State reviewed grade discrepancies
East Baton Rouge Parish School Superintendent Bernard Taylor came out swinging Monday, criticizing state Superintendent of Education John White for a “lack of professional courtesy” in failing to brief him in advance on a much-publicized audit of four years worth of graduation records.
“I shouldn’t have to read about this first in the press,” Taylor told a group of reporters early Monday morning.
But later in the day, after finally meeting, both Taylor and White said they had a productive session.
They agreed the school system should pursue a plan to correct the problems uncovered in the audit, including a finding that some students earned grades or credits that differed from those the school system later reported to the state.
Other local elected leaders sympathetic to the school system are still expressing hard feelings.
“I thought it was a witch hunt from the beginning,” said Carolyn Hill, a member of the state Board of Elementary and Secondary Education who also met Monday with White.
State Rep. Pat Smith, D-Baton Rouge, who was briefed Friday with two other legislators, said she doesn’t condone what the audit found, but she’s worried the state is singling out East Baton Rouge Parish.
“In urban areas where you have a large number of children who move in and out, you are going to find similar issues and they need to be looked at statewide rather than just looking at one district,” Smith said.
The audit, made public Sunday night, suggests many students the parish school system listed as transferring elsewhere should be reclassified as dropouts.
The audit probes deeply into a case that sparked the investigation: that of a student allowed to graduate despite lacking the necessary credits.
In its official six-page response, the school system said the audit either lacked documentation to confirm the findings, or that the problems presented were likely the result of unintentional mistakes.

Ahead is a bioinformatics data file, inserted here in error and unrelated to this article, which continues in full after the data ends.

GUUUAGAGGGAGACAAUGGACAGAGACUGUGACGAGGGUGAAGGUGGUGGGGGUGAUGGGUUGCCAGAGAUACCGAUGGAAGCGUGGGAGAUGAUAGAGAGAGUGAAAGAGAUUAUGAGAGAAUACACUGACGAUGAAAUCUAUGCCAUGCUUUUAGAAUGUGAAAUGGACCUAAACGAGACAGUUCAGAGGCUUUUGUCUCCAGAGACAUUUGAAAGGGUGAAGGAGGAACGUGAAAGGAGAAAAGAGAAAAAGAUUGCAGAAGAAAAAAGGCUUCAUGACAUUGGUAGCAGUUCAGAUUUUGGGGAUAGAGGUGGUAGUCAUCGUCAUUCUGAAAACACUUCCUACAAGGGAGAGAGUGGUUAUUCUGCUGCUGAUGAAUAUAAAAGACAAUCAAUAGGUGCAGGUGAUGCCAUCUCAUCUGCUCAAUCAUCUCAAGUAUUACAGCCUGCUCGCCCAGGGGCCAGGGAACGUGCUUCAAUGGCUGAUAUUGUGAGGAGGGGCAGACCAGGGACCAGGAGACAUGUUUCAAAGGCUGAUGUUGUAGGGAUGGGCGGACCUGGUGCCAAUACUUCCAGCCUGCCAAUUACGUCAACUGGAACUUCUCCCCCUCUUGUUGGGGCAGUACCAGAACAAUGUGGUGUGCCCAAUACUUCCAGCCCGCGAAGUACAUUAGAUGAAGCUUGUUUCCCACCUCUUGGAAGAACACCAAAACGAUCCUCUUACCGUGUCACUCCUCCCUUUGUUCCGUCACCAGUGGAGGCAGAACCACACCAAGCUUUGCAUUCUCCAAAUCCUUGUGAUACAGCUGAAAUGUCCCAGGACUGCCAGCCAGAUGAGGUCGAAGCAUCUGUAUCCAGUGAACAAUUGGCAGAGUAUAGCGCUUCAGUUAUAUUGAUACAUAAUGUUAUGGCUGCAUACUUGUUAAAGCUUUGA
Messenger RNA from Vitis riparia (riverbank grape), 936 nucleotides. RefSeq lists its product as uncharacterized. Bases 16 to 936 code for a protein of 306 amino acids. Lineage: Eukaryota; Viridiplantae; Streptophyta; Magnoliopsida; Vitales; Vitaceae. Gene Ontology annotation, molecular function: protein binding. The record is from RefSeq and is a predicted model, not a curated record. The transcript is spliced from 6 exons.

Taylor reiterated that Monday morning in a talk with the Baton Rouge Area Association of Black Journalists.
“There is nothing in that report that speaks of malfeasance or people cooking the books,” Taylor said. “What we’re talking about is human error.”
The school system is questioning a finding that senior leadership took “inappropriate action” in dealing with a student from Glen Oaks High School who shouldn’t have been allowed to graduate, saying the finding was “rife with inaccuracies.” White said he stands by what’s in the audit.
White has sent copies of the audit to the state inspector general and the legislative auditor for possible further investigation. White said he wants them to dig deeper than his agency can into specific areas of potential wrongdoing, including possible falsified records, destroyed records and potential misuse of public funds.
Taylor said White apologized to him Monday for not briefing him in advance, but White said he didn’t go that far.
“I may have said something to the effect that I am sorry if he feels disrespected, but I do not recall the specifics of the discussion to that extent,” White said.
White defended briefing in advance School Board President David Tatman and Vice President Tarvald Smith rather than Taylor, because the superintendent’s staff were the subject of the audit.
In any case, White said, the department doesn’t normally brief the subjects of records audits.
As far as the portion of the audit probing the unnamed graduate of Glen Oaks High, White offered another reason for not briefing Taylor in advance: “Because some accounts conflicted with one another, we thought it best to provide the information to the board and to ask them to communicate with staff as they saw fit.”
White said the records check portion of the audit is similar to others his agency has conducted over the years. The extent of the probe into the Glen Oaks High graduate was not common, he acknowledged.
Hill said she’s puzzled as to why the complaint about this graduate would generate so much scrutiny.
“I can’t tell you how many complaints I’ve seen about things happening in Orleans Parish,” she said. “None of them have gotten to that level (of state investigation).”
One of the more explosive allegations is that a school system employee was directed to delete emails related to the Glen Oaks High student situation, something White said was confirmed by several witnesses. The emails were relevant, and the issue raised a “red flag” that inappropriate, perhaps worse, behavior occurred, he said.
White admitted the directive was issued in the fall, before the state began looking into the issue. White also said the staff person in question preserved copies of the emails, though White’s team didn’t obtain copies of them.
“This is not a criminal investigation with a search for evidence validating crimes,” he said. “If investigative agencies wish to seek such evidence, they may.”